I was excited to have my text service on my t-mobile phone fixed (As I said on my twitter update), then I go Online checking out and browsing like normal, then I get even more excited.
I know and I understand what I said about the HTC diamond, but wait, this is Google, and this is T-mobile, so Guess what will happen on October 22nd (the sale date!)? You knew it, I will be on the line waiting early in the morning to buy the phone.
I have been looking at some videos of “Android” the new OS for mobile devices made by Google, and I am very happy that it will be on the new phone.
You can watch a great demo of the phone here: www.t-mobileg1.com
Apple need to really watch out this time, the G1 may not be as sleek and sexy as the iPhone, but its peppy,
easy-to-use touchscreen interface makes mincemeat of all the other
iPhone wanna-bes, and it packs in some killer features—like 360-degree
Street View—that the iPhone has yet to match.
As you may predict, the G1 is slightly bulkier and
heavier and—well, let’s just say it—a little uglier than the slim, sexy
iPhone. Weighing in at 5.6 ounces, I could definitely feel the G1’s
extra bulk in my hand, although at just 0.6 inches thick, the G1 should
fit relatively easily in a jeans pocket.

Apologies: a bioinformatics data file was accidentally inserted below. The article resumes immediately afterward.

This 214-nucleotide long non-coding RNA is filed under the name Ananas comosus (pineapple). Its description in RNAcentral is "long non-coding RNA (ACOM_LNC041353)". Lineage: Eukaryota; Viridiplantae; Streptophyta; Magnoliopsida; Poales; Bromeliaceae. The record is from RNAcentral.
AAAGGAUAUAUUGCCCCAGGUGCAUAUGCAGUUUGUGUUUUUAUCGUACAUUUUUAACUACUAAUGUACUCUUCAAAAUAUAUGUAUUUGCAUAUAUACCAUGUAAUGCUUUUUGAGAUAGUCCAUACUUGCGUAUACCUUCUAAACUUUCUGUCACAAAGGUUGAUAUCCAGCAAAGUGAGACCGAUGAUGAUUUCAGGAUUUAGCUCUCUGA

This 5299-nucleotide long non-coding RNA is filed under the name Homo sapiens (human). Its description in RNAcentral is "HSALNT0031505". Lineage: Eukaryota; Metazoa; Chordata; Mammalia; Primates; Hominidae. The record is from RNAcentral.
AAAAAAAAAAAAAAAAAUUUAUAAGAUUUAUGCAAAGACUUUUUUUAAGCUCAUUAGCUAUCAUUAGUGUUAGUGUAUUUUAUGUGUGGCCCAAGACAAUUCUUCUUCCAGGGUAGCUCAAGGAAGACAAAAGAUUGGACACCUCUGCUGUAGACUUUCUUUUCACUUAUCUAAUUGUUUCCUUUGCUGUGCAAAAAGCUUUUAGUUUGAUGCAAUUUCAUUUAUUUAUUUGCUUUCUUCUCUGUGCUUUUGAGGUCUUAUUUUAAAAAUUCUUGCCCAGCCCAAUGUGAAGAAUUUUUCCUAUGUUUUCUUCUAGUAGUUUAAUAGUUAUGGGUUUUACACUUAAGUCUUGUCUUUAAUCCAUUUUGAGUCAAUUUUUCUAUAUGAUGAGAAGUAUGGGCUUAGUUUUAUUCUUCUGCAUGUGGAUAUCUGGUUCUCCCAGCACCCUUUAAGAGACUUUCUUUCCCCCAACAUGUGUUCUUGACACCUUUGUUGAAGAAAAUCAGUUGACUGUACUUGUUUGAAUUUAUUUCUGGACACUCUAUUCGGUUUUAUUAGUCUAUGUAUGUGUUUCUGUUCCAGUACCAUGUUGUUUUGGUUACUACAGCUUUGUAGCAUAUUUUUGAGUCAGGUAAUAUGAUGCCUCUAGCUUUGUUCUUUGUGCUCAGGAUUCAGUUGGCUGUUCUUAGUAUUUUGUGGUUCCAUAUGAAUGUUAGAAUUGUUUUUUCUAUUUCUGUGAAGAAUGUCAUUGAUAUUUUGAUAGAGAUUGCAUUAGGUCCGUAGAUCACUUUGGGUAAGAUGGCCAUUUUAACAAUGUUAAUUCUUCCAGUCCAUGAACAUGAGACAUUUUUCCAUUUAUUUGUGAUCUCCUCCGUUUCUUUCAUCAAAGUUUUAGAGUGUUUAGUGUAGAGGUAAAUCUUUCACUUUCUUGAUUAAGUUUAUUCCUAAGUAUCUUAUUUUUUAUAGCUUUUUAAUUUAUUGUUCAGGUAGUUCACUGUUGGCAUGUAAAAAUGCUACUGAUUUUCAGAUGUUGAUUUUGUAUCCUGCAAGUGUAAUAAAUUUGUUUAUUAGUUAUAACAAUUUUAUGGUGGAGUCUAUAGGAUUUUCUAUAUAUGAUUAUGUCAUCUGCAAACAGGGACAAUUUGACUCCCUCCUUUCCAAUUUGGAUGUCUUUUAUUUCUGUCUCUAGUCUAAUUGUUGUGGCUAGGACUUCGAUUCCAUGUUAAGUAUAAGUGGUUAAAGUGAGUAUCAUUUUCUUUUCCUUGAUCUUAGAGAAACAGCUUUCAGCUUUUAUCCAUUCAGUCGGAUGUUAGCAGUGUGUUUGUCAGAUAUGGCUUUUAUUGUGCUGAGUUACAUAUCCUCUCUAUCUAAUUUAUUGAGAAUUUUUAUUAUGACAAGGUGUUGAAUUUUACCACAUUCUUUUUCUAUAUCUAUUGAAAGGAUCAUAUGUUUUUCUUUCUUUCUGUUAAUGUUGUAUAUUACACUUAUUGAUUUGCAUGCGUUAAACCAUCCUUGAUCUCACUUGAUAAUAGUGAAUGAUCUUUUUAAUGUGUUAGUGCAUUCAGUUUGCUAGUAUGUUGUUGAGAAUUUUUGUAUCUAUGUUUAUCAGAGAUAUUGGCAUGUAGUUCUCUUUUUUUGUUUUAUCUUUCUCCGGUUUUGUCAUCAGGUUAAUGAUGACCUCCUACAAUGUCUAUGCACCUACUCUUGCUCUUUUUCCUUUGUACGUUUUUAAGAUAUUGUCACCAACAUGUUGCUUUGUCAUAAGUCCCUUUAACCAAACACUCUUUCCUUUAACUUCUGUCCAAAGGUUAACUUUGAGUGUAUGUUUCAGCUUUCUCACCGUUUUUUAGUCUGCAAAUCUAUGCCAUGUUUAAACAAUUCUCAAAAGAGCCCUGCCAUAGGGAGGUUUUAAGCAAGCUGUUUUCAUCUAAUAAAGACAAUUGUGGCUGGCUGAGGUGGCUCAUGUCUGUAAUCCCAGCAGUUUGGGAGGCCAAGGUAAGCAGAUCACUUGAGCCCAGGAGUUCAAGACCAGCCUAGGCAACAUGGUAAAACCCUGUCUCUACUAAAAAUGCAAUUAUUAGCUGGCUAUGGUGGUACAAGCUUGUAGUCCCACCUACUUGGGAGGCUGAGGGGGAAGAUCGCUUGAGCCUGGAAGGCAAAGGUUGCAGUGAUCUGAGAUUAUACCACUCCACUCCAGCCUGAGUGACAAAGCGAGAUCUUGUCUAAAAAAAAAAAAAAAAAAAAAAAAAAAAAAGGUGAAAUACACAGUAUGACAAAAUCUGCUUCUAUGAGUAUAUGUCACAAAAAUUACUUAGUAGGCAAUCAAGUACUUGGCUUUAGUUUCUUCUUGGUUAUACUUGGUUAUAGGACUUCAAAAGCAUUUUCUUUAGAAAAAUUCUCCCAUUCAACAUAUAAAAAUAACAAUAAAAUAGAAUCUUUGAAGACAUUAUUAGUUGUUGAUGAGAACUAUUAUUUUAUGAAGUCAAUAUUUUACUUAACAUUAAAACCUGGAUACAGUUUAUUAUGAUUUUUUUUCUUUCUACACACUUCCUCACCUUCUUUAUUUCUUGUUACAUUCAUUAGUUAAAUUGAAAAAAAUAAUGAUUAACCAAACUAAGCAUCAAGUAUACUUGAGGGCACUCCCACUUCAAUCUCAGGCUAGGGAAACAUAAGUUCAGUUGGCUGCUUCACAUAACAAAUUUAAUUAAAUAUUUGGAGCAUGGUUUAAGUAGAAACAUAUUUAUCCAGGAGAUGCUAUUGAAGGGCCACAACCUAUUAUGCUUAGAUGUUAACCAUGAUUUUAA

Here are the features from T-mobile’s site:
Real Web browsing capabilities
Customizable home screen
drag and drop any of your favorite applications, photos, or folders
onto your home screen for quick access to what you use all the time
One-click Google Search
3G network and Wi-Fi access*
and personalize your device to fit your life with a variety of software
applications like games, social networking, and on-the-go shopping
Easy access to Google applications
- Maps (including satellite, traffic, and street views)
- Google Talk
While the G1’s main screen isn’t quite as eye-popping as the iPhone’s,
the Android-powered display is surprisingly responsive—a quick flick
of your fingertip opened a windowshade of applications, while tapping the
status bar at the top of the screen instantly revealed e-mail, SMS, and
voice-mail alerts. Indeed, tapping and scrolling around the G1’s
various menus is a seamless pleasure, akin to what you’d expect from
an iPhone. And while leading iPhone competitors like the Samsung Instinct always felt a bit sluggish to me, the G1’s peppy interface responded quickly to my every touch.
course, you’ll get the most out of the G1 if you’re using Google’s
suite of online applications, all of which sync automatically the
moment you sign in. The push Gmail client features threaded messaging,
just like you’d expect online, and you can star messages, organize them
with filters, and even conduct Google searches within the e-mail client
itself. You can also use the client to check your POP and IMAP
accounts—no full-on Exchange syncing, but as I mentioned in an earlier
post, third-party developers are free to create their own Exchange
syncing apps for Android.
G1’s dialer and contact list immediately grabs all your online Google
calendar info and contacts—and for those with IM accounts, the G1 will
indicate which of your contacts happen to be signed in for chat, an
“online presence” feature familiar to anyone with a Helio phone. As
with the iPhone, you can flick your contact list with a finger,
spinning it roulette-style. WOOT!
You know I will write more about it soon 😉